I realize that was kinda snarky, but ... plate of beans, man, plate of beans.
posted by spaceman_spiff at 10:01 AM on June 27, 2007 don't trust the company not to snoop, but you trust it not to force people into revealing what is said on the list and you trust your coworkers to keep trusted information off company machines. Some of said coworkers cannot figure out how to set up an external e-mail account.

You need to accept that there will always be a significant risk that shared information will end up in the wrong hands. I've been on these sorts of lists with people who are both very technical and quite security-aware, and it's all well and good until someone gets fired for what they said on the "safe" list.

(He thought his GMail account would protect him, too, but he'd mentioned it in a work e-mail.)
posted by backupjesus at 10:18 AM on June 27, 2007

I'm just a little confused.

Can't you just set up an email "reflector" (listserv, whatever you want to call it) that strips the sender, and just doesn't include all the other recipients of the message when sending out? This seems like it would be the simplest solution, but I'm not clear as to whether this is what you're doing now, and you want more.

Not sure if I'm making myself clear here. Let's say we have a user, with email and his boss, You have the complaint-list reflector set up at

It should be pretty easy to configure the reflector to strip off the sender's address. So if Joe wants to complain about something, he sends an email to; the reflector software strips off the email headers and other identifying information, and sends the message back out to everyone who's subscribed to the list.

Even if Joe's boss is subscribed to the list (which isn't a bad thing, if he's a good manager he might want to have some idea of what his employees are upset about), he'll see the message as coming from, not

Unless Joe reveals his identity in his message in some way (by signing it with his name, or a distinctive email signature, or other personally identifying information), the system won't blow it for him.

It's not perfect anonymity -- the operator of the reflector could figure out which emails were sent by whom -- but it would give users a little anonymity from each other on the list.

GNU Mailman or Majordomo are two packages that perform email-reflector functions, and both can be configured for anonymous posting; in addition to these, you'll need a mailserver (I think Majordomo wants Sendmail, but it might work with Postfix also). If you've never set up or admined a mailserver before, you might want to find someone who has to help you, to keep it from becoming a spam source. Or perhaps you could use a managed system somewhere, although I don't know whether most of them (Yahoo Groups and similar) are configurable to anonymize postings to the list.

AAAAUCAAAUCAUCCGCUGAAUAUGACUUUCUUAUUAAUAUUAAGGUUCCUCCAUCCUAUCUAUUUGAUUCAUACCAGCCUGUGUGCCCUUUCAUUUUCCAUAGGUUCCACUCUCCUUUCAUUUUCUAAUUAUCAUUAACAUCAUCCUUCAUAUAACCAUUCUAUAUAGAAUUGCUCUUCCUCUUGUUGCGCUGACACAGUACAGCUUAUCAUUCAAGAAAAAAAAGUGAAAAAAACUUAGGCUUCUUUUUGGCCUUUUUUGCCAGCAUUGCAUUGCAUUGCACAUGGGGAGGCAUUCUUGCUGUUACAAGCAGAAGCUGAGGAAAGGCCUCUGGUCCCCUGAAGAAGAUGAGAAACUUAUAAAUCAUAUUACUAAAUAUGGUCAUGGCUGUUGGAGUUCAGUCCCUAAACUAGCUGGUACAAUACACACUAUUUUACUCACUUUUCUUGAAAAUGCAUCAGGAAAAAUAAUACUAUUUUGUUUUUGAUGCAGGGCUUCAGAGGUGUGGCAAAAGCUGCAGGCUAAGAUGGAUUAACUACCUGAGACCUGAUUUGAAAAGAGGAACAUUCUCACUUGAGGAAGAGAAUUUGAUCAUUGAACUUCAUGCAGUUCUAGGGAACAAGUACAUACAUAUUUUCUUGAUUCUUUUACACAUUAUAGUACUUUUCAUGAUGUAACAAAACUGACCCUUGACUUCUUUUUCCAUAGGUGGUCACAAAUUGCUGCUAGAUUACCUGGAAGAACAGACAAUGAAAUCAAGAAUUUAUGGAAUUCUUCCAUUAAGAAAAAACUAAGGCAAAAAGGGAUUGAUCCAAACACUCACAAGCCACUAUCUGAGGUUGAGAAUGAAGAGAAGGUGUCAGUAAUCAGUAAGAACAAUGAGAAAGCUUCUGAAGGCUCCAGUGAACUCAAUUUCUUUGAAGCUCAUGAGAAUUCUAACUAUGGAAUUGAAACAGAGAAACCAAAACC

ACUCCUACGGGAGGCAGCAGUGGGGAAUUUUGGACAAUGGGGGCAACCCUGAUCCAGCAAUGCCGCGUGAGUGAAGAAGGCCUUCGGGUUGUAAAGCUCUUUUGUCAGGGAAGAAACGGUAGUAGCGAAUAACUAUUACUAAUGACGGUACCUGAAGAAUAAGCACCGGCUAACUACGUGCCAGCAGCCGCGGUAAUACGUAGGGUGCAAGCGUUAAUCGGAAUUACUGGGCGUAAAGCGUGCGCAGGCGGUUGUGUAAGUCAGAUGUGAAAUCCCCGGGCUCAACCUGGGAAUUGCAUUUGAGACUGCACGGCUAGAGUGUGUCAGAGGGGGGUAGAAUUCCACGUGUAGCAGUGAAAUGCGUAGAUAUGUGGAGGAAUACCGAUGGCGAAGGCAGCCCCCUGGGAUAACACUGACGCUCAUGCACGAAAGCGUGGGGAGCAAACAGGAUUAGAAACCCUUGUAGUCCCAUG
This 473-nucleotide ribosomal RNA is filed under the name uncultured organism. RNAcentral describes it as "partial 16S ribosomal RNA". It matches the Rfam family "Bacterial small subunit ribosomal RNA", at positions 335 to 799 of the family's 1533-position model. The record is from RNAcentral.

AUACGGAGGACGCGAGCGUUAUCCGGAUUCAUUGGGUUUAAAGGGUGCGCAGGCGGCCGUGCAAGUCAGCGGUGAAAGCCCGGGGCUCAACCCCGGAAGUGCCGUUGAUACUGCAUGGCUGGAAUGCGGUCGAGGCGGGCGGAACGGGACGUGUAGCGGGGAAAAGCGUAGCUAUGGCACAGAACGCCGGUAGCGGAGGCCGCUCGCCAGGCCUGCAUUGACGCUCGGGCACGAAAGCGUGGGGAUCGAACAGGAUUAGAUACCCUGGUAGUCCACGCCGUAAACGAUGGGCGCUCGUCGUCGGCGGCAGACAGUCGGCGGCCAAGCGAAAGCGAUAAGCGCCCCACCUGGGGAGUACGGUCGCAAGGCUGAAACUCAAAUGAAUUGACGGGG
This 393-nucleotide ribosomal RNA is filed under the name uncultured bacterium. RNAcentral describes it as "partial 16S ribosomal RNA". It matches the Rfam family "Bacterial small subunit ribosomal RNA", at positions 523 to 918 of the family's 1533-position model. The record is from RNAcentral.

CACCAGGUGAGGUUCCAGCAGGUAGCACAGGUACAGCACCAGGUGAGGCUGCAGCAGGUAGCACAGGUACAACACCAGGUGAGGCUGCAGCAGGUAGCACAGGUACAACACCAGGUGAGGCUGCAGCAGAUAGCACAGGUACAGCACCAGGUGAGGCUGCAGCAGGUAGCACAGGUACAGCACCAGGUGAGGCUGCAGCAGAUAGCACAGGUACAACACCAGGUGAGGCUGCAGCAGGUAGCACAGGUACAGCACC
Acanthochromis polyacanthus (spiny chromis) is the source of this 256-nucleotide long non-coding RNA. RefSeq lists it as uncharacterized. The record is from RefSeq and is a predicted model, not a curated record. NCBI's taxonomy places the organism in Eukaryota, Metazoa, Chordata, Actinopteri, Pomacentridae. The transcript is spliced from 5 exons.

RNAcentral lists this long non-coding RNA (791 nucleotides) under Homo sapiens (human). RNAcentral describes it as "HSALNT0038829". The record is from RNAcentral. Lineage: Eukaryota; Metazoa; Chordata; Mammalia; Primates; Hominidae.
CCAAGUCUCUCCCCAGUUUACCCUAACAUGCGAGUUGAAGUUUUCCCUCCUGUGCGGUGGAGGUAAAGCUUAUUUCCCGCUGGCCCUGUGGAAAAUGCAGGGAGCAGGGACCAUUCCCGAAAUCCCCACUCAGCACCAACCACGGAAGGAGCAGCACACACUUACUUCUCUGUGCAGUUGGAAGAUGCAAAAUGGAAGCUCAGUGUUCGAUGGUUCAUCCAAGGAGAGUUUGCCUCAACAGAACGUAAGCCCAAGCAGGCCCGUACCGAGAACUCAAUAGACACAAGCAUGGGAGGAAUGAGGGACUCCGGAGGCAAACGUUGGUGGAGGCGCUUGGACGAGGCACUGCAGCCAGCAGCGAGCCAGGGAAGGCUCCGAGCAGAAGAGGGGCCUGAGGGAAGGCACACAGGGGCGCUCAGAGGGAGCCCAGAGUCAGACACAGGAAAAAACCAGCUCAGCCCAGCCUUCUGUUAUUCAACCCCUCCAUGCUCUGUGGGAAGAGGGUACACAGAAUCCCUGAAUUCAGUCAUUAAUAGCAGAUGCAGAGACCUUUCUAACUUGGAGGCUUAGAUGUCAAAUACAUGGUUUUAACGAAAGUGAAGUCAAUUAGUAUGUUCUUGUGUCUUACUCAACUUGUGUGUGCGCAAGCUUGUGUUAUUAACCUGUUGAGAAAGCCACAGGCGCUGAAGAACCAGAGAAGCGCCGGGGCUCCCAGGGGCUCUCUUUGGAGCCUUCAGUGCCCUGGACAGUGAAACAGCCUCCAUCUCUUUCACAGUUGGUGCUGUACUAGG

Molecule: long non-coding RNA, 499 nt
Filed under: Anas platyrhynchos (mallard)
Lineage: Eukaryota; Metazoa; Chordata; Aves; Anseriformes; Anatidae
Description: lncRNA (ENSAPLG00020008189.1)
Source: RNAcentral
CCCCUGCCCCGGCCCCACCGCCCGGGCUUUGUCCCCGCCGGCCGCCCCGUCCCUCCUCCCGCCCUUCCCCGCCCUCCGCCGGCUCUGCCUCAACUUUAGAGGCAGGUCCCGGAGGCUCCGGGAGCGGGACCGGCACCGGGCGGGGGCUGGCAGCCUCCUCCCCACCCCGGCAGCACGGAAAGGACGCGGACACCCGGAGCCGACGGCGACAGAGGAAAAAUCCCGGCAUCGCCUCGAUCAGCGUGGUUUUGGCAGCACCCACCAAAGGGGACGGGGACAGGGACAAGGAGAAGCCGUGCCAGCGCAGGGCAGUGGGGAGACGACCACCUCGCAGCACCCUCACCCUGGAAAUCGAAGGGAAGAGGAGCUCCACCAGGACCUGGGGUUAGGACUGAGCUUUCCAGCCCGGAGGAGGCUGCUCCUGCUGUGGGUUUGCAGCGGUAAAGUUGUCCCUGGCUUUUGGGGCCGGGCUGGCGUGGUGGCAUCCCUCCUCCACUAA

posted by Kadin2048 at 11:56 AM on June 27, 2007

Oops... I meant to say:

"If you've never set up or admined a mailserver before, you might want to find someone who can help you, to keep it from becoming a spam source."

I have no idea where I was going with the "has to." (Although, if you can find someone who has to help for some reason, all the better...)

posted by Kadin2048 at 11:59 AM on June 27, 2007

You think you're asking a technical question, hopefully with a technical solution. I can tell because you posted this to the "computers and internet" category.

But you're not. You're asking about human relations. Specifically, when you say "the majority of the people on this list aren't very tech-savvy," you're through. Because you know what? The IT people who run your corporation's servers *are* very tech-savvy, including security-savvy. If you simplify things to the point that the least tech-savvy person on the list is able to read it means that your IT people are going to be able to read it.

The only way to do this is strong encryption; *plus* enough tech-savviness on the part of the recipients to understand what precautions to take in order not compromise the decrypted text (i.e., not decrypting it on a company machine, not leaving it on their hard disk or thumb drive, not printing it out and leaving a copy, not getting their decryption password keylogged, etc); *plus* a strong desire on the part of these tech-savvy recipients to actually implement these precautions.

You haven't got any of those ingredients. You will not accomplish your goal.
posted by ikkyu2 at 1:32 AM on June 28, 2007